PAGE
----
Online searches show a growing number of people are concerned about nature

Illustration of search bar with sustainable items


Percentage rise in the popularity of Google searches by US consumers for sustainable products between 2016 and 2020

A global “eco-wakening” is underway. That’s the headline of a WWF-commissioned analysis of online searches and social media conversations released in May. Researchers at The Economist Intelligence Unit examined data from 54 countries covering 80% of the world’s population and found a striking rise in Twitter posts, Google searches, and media reports related to biodiversity and nature loss over the period 2016–20. Google searches alone increased by 16%.

That online engagement appears to be driving real-world action: Since 2016, more than 159 million people have signed online petitions supporting biodiversity campaigns, and numerous governments have proposed more forceful policies to protect nature. Concern for nature has measurably shifted consumer behavior, too. Researchers found a 71% increase in searches for sustainable goods, with the rise especially marked in developed nations.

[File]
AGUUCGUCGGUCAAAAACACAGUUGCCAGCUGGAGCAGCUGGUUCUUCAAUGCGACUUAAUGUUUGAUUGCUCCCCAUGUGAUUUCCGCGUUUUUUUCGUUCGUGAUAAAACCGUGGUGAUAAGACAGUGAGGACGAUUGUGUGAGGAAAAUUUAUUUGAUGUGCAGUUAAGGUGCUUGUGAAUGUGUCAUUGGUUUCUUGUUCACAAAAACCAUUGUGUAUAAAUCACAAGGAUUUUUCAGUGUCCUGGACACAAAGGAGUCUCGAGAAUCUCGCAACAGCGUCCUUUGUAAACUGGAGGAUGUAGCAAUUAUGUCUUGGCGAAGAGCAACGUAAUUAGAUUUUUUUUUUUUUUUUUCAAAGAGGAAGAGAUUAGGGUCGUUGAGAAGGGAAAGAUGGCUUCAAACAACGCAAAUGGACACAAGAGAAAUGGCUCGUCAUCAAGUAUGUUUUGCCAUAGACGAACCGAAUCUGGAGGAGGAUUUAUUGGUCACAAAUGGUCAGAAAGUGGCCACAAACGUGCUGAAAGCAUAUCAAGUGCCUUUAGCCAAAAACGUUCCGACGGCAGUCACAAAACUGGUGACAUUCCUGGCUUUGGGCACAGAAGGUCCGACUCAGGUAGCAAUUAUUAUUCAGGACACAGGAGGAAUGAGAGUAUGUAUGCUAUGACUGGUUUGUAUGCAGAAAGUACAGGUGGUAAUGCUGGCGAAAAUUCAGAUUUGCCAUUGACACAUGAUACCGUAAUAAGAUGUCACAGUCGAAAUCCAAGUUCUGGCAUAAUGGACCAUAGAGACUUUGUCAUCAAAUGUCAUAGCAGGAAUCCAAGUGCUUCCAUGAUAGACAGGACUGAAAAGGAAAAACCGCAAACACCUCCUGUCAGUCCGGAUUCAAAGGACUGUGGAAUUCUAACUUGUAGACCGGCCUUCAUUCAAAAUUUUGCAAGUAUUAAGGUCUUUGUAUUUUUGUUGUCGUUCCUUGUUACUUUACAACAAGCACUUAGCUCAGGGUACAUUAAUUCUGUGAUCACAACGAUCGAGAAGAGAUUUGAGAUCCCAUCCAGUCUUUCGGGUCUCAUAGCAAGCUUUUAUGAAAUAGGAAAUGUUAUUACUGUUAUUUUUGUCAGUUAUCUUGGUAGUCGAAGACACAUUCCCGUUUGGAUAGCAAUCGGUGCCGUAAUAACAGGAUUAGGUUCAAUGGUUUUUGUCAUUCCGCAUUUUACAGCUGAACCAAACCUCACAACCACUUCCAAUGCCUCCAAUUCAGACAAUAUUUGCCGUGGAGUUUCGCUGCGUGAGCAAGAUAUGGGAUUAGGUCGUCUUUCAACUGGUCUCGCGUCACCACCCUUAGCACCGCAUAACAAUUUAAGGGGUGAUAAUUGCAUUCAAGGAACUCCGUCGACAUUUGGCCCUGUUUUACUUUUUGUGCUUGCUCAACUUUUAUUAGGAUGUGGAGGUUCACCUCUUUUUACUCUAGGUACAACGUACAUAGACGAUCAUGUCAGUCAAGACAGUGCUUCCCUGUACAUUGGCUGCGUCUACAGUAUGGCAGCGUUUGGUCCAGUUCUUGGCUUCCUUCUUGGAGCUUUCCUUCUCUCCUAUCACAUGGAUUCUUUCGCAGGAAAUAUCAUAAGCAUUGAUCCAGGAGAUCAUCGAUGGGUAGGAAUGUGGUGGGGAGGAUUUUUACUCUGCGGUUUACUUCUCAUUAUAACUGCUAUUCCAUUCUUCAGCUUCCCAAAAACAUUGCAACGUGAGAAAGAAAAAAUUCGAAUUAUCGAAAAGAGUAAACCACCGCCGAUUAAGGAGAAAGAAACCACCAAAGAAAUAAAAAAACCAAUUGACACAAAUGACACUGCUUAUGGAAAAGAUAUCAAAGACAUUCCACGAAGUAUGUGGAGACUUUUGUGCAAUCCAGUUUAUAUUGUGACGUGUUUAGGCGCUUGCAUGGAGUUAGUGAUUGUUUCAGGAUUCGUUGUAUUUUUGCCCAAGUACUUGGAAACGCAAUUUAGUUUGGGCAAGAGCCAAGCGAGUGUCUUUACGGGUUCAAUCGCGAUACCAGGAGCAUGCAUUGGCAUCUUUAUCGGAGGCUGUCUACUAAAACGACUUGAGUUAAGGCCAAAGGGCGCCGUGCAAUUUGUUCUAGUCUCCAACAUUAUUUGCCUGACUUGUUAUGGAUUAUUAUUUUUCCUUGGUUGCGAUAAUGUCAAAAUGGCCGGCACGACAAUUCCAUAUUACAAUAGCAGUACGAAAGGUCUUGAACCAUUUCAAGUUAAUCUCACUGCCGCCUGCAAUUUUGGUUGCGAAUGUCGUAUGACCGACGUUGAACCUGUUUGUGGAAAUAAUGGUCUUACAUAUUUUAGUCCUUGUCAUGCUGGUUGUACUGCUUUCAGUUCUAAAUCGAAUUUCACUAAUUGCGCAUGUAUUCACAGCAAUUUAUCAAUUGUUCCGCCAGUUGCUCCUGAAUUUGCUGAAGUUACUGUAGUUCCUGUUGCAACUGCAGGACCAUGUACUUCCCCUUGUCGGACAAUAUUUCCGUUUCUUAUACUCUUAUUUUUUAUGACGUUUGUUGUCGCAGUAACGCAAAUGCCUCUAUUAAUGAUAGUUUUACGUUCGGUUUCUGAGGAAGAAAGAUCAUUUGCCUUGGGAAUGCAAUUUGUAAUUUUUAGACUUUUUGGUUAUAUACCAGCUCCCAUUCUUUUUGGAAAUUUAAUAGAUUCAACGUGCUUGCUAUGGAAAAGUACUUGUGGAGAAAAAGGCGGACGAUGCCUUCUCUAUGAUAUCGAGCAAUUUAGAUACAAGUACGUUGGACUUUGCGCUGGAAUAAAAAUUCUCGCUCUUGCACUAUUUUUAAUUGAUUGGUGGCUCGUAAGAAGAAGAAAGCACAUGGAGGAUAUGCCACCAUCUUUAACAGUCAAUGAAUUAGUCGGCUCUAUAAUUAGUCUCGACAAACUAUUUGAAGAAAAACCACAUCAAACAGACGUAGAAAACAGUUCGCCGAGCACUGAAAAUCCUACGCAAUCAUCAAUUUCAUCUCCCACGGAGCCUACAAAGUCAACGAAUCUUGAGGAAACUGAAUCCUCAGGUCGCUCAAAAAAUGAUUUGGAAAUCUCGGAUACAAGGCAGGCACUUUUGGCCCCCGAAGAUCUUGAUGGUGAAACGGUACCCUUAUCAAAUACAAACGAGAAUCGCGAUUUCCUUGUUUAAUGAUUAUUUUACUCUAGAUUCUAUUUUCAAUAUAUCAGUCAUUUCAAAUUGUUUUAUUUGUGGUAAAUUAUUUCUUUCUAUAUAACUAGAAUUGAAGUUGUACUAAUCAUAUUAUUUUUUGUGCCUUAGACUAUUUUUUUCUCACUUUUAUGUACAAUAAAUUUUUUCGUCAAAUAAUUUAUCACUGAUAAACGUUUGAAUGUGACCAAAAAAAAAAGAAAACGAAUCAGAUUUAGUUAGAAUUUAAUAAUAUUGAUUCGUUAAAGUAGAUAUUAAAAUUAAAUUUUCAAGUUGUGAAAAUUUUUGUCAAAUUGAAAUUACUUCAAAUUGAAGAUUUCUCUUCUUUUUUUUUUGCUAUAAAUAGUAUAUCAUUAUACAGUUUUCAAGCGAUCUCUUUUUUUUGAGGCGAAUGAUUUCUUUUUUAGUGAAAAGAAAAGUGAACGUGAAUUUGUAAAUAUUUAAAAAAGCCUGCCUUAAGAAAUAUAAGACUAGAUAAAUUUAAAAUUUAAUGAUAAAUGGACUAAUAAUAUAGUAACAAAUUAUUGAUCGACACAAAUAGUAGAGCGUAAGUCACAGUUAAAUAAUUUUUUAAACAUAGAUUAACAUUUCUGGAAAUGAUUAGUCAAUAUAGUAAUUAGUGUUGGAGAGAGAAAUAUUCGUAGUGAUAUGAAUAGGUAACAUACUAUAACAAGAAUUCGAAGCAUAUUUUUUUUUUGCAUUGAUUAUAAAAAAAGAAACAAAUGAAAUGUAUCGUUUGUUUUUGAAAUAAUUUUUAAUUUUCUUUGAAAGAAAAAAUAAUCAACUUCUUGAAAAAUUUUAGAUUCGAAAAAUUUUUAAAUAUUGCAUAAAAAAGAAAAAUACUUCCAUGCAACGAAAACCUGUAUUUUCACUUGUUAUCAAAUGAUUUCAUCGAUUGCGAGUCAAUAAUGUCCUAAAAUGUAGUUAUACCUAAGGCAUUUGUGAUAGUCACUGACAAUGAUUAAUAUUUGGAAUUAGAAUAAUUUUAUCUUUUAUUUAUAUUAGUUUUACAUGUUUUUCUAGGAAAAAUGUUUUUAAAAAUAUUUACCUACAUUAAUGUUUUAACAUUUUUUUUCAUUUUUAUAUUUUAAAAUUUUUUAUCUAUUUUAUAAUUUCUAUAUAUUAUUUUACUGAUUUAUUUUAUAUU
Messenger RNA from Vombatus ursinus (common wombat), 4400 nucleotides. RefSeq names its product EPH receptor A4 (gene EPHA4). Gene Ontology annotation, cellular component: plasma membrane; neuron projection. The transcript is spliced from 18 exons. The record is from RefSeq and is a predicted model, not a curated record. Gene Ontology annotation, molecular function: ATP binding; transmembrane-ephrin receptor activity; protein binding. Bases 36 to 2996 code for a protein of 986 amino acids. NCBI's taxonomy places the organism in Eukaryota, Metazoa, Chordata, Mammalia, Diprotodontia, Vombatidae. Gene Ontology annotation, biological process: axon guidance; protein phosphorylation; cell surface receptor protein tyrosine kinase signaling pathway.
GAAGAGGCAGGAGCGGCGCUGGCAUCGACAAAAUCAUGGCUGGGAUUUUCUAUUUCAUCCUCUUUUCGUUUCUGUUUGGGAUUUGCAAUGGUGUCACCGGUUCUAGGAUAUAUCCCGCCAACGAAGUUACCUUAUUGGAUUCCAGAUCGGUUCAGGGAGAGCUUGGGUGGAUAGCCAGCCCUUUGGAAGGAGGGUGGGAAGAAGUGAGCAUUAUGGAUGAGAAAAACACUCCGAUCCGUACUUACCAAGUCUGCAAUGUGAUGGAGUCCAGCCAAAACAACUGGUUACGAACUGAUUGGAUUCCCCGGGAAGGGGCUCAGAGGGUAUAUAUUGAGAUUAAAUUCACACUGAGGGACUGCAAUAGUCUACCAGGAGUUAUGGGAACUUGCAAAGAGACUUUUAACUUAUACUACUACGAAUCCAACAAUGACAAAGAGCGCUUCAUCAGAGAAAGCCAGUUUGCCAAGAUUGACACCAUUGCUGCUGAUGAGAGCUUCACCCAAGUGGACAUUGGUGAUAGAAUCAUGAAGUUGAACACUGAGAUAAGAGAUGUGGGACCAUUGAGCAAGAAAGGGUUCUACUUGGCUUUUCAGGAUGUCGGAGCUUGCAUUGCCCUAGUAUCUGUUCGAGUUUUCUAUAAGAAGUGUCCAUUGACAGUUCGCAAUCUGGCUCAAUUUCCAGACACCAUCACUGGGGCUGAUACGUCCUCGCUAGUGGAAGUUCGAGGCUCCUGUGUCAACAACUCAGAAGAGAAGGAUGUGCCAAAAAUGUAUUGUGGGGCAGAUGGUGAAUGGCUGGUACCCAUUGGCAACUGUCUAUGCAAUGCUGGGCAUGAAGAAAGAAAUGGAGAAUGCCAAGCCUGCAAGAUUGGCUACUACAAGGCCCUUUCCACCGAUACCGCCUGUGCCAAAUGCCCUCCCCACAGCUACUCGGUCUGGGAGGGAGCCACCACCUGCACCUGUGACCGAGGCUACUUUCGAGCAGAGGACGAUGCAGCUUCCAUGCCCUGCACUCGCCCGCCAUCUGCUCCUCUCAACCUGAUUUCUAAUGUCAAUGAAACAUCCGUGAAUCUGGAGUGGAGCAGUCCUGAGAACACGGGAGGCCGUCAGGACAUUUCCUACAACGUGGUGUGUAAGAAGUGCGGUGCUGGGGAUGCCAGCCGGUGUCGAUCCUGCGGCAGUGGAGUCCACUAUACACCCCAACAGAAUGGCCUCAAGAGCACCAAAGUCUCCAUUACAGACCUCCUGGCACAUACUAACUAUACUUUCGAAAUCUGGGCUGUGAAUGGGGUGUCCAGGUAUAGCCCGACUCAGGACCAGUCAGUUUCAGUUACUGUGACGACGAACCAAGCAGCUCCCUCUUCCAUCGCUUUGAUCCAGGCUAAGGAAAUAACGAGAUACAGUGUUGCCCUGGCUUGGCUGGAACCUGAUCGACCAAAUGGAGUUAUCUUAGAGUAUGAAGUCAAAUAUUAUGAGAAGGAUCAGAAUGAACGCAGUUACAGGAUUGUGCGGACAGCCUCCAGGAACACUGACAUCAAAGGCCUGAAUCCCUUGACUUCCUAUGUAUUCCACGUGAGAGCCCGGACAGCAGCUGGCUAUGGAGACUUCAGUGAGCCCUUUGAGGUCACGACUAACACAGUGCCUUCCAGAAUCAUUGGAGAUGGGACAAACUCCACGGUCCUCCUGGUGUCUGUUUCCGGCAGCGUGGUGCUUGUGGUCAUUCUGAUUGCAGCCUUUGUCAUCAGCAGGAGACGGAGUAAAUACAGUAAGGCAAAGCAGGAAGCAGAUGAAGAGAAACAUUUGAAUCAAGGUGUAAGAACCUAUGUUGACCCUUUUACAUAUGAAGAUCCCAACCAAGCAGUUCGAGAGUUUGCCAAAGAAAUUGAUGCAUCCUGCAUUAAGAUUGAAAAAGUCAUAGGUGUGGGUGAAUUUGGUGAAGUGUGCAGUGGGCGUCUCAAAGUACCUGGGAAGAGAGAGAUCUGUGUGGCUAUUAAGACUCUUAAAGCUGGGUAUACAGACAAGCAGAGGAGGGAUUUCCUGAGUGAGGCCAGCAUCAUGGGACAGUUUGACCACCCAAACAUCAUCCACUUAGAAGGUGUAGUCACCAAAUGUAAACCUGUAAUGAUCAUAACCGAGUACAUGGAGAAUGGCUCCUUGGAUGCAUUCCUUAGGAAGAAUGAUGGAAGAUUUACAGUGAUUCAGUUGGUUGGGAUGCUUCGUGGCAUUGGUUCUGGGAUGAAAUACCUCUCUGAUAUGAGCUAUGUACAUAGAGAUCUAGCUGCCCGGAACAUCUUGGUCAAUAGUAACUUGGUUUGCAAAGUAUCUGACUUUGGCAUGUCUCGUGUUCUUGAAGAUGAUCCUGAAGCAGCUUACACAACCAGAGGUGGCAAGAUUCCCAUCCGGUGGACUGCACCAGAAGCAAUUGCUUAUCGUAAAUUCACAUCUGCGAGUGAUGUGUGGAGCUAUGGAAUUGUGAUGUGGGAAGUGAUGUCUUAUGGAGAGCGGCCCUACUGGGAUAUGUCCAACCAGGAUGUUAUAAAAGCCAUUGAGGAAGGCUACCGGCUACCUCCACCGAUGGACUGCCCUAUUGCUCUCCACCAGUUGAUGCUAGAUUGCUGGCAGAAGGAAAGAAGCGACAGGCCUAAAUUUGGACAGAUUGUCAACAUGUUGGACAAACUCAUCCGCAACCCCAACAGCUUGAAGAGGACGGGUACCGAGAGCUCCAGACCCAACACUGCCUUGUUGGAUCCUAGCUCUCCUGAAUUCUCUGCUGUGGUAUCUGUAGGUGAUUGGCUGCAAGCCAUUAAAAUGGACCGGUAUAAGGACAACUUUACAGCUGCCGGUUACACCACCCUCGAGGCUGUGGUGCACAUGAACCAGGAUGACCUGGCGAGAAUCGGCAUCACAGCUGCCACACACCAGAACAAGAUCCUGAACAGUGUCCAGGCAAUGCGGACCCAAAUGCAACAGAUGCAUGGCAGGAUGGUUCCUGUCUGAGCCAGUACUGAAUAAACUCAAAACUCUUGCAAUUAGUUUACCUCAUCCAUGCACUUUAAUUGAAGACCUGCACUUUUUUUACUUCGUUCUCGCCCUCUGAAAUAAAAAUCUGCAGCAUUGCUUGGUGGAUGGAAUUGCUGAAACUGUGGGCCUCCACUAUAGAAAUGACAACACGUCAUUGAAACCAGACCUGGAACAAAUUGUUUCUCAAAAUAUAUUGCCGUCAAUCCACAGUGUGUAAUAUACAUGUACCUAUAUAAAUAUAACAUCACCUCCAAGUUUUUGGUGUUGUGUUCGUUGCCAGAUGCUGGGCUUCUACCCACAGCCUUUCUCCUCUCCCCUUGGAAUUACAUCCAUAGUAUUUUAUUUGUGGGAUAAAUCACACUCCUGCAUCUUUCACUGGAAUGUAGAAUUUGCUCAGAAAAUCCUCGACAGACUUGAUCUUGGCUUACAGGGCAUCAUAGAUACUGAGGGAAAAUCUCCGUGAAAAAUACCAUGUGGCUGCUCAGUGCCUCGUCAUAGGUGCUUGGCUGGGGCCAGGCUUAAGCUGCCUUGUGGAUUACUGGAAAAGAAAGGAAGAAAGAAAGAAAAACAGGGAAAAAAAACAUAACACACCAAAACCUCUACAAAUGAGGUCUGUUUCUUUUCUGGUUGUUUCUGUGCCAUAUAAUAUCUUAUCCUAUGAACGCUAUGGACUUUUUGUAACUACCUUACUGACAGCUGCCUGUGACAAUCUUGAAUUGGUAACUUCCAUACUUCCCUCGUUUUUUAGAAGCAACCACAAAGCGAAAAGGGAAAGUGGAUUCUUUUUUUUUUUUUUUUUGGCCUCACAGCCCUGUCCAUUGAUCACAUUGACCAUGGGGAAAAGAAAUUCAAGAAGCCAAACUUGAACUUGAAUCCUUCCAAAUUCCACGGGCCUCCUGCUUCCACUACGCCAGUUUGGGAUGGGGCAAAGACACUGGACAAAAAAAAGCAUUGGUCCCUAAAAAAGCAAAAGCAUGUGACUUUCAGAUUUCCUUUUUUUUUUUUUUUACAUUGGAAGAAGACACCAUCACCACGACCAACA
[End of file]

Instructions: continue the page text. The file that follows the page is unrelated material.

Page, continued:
Companies are responding: Among manufacturers of natural pharmaceuticals and cosmetics, the number of companies committed to practices that protect biodiversity grew 45%. And in the fashion sector, 65% of businesses surveyed have committed to sourcing sustainably produced raw materials.

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Emerging markets on the rise

Increasing rates of environmental awareness and engagement are especially evident in emerging markets. Tweets related to biodiversity and nature loss increased globally 65% from 2016 to 2020, but in India they soared 550%.

Latin America
Sub-Saharan Africa



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